For many years there has been a gaming franchise that boasts one of the most dedicated fan bases in the history of games, yet in general it seems to fly under the radar for most folks. Most people are skeptical about any game that can be described as ?farming simulation,? but it would be a crime to write off Harvest Moon with such a simple description, for such a phrase can never hope to sum up the true merit that the longstanding series has displayed. Other than a few attempts along the way, HM has remained virtually unchanged, notably slow to take full advantage of the powers that new hardware has to offer, as was the case in Harvest Moon: DS. Rune Factory: A Fantasy Harvest Moon, however, aims to change that, not only evolving to suit the DS, but incorporating RPG elements into the tried and true HM farming experience. This change in theme, coupled with numerous alterations to basic elements, does have a very visible influence upon the game as a whole, providing a new atmosphere where we can grow radishes to our hearts? content. Despite these changes, the game remains very similar to the previous installments in the franchise, but depending on one?s point of view, this can be the game?s greatest strength or its most significant flaw.
In terms of objectionable content, Rune Factory performs admirably. There is no profanity, nor vulgarity to speak of, and the dialog itself is written in a very simple and easily accessible manner that proves to be very child friendly. While a major portion of the game does involve violence, the way in which it is incorporated should prove to be minimally offensive. While your character fights with a variety of adversaries, battles are mild and involve no blood at all. Characters rarely flinch in combat, with some attacks occasionally knocking either the player or a monster to the ground, and after a certain amount of hits monsters are rendered temporarily invincible, signified in classical manner by a flashing character model. Defeated enemies are never killed and the game makes a point of informing the player that when defeated they are returned safely to their original world and, indeed, it is to save the monsters that the player fights them, toning down the violence a bit.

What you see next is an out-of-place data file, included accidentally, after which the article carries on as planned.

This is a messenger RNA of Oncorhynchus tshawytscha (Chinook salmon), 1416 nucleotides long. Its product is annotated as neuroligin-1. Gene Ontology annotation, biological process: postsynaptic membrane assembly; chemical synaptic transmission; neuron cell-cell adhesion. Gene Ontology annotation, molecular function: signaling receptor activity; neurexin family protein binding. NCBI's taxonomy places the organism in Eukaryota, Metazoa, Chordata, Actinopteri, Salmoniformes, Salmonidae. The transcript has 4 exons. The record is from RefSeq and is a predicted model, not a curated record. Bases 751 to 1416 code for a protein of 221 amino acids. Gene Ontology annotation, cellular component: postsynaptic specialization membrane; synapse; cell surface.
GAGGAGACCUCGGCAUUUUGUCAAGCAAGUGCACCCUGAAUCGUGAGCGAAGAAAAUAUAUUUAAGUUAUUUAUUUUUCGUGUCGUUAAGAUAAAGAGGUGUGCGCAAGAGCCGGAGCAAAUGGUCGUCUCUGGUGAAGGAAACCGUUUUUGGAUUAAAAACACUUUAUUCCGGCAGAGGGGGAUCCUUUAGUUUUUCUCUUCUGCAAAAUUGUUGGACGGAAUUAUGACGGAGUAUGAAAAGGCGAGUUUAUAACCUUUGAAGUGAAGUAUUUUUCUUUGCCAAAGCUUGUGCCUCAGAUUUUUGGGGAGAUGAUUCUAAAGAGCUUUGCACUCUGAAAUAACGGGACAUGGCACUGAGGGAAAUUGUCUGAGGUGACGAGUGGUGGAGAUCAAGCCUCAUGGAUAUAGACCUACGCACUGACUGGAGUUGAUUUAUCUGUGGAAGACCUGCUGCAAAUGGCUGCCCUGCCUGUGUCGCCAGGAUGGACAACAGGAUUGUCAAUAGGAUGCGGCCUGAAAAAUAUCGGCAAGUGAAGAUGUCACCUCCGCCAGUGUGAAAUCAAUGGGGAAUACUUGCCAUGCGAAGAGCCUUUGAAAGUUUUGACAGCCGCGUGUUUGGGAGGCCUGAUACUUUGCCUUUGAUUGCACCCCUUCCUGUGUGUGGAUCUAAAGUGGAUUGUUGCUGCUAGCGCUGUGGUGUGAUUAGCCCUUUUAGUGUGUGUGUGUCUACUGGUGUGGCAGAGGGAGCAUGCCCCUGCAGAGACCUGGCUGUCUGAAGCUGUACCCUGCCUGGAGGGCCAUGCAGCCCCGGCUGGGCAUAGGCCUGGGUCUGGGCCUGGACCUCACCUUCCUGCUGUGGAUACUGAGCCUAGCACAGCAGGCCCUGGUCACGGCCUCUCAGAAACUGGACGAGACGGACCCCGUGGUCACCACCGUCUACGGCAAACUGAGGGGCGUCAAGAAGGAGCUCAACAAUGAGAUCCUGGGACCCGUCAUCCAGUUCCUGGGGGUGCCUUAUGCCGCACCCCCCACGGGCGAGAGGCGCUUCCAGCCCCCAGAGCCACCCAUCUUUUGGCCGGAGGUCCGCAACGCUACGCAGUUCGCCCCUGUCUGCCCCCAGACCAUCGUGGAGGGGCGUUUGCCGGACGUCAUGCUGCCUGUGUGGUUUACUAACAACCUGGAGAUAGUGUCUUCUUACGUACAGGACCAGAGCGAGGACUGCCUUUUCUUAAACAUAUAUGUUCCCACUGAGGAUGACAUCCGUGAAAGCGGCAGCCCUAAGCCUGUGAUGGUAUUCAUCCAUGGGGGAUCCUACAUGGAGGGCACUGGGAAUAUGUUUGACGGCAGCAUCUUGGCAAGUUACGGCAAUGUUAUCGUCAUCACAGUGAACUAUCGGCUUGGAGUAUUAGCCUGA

In terms of RF?s social message, it hits one possible stumbling block in that the character is permitted to purchase and consume wine from the local pub. While doing this actually proves harmful, decreasing the available stamina for the day, even more disturbing is a later reference where the character implies that he is not old enough to drink, though this line may well be due to a translation or localization error. Other characters are portrayed as ?regulars,? with at least two making comments on their drinking habits, one even saying ?my friend?s say that I drink too much. They?re probably right.? On a more positive note, the game hints that there may be some general racism in the population among humans, elves, and dwarves, but at least one character is said to have been trained by a dwarf and he proudly proclaims this fact if given the chance, showing that not everyone buys into the racism. Another character muses on the possibility of a city in which all races could live in peace, and one major character is also an elf.